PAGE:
Turkey has been packing in volumes of Russian crude, which have risen to 60% of its imports, according to Poten & Partners.

But the New York shipbroker raised questions about whether the trend will continue once new European Union sanctions enter force.

Erik Broekhuizen, Poten’s head of tanker research, said in a weekly note that Turkey has dramatically increased its imports of Russian crude since the invasion of Ukraine in February.

That has seen the country swim in the opposite direction as the rest of Europe, which has sought to reduce reliance on Russian energy imports.

Before Covid-19 slammed oil demand, Turkey’s imports of Russian crude reached 37% of the country’s 600,000 barrels per day of imports, the researcher wrote.

After dipping to a 20% market share, Turkey’s imports of Russian crude are expected to come in at 423,000 barrels per day in October, which is 60% of the total 707,000 barrels per day in the month so far.

Much of the growth has come from Russia’s faraway Baltic ports, rather than from just across the Black Sea.

“Given the geographic proximity of Turkey to Russia’s Black Sea ports, this is somewhat counter-intuitive,” Broekhuizen wrote. “However, it has given an unexpected boost to the tanker market, given the longer-haul nature of this trade.”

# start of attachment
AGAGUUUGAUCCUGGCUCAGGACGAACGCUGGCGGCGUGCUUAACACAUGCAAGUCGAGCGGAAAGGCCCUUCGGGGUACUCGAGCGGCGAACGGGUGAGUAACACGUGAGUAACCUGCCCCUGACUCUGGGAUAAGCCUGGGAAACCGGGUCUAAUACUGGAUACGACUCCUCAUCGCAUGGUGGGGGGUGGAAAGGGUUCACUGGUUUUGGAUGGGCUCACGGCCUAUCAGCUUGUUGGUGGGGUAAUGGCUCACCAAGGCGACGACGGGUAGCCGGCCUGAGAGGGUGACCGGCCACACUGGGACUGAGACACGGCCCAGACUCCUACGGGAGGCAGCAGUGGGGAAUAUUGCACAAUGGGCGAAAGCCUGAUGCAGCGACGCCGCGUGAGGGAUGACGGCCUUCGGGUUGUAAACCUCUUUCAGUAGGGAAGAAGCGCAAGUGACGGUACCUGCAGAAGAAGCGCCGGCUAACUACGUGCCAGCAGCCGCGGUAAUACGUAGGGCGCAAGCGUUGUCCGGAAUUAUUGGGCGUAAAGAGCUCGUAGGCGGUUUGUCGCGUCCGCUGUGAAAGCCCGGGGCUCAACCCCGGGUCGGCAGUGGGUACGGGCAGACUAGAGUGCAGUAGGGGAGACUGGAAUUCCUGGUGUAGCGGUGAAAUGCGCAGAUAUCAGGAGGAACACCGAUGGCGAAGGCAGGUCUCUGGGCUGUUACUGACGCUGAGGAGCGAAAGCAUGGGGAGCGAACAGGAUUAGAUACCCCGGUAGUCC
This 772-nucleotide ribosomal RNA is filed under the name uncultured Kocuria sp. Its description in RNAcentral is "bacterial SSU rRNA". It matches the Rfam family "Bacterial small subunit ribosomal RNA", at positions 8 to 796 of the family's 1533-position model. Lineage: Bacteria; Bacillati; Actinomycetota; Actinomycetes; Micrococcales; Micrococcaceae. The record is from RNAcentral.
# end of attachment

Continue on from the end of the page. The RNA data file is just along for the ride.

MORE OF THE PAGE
But the big question for Turkey’s crude imports from Russia is whether they will continue apace when EU sanctions ramp up starting in December, placing restrictions on ships flying the flags of the 27-nation bloc or insured by its protection and indemnity clubs.

The country faces what Broekhuizen described as a balancing act. The government of President Recep Tayyip Erdogan has a close relationship with Moscow, but it is also a member of NATO that has aspired to EU membership.

“We expect that Turkey will chart its own course and it may therefore be difficult to extrapolate current trends,” he wrote.

Pluses and minuses

If Turkey continues to import Russia’s Baltic oil, it will benefit the tanker market, the analyst said. But if the country pulls back, it could increase competition for non-Russian crude.

The dilemma may not be limited to the tanker market.

Erik Broekhuizen is head of tanker research at Poten. Photo: John Galayda/TradeWinds Events

In dry bulk, Turkey’s volume of imported Russian commodities has “increased exponentially” since the start of the war, according to Mark Nugent, a senior freight and commodities analyst at Braemar.

In October, liftings for shipment to Turkey soared in October to a record 3.5m tonnes, and that figure was tallied when there was still a week left to run in the month. Most of that comprised 1.9m tonnes of coal, more than triple the coal trade from Russia to Turkey a year earlier.

“Much like China and India, Turkey has opted for the heavily discounted Russian coal instead of Colombia, which it has typically purchased from pre-war,” Nugent wrote in a weekly note.

Colombian volumes, by contrast, have slumped 34.5% compared to this time last year, according to Braemar.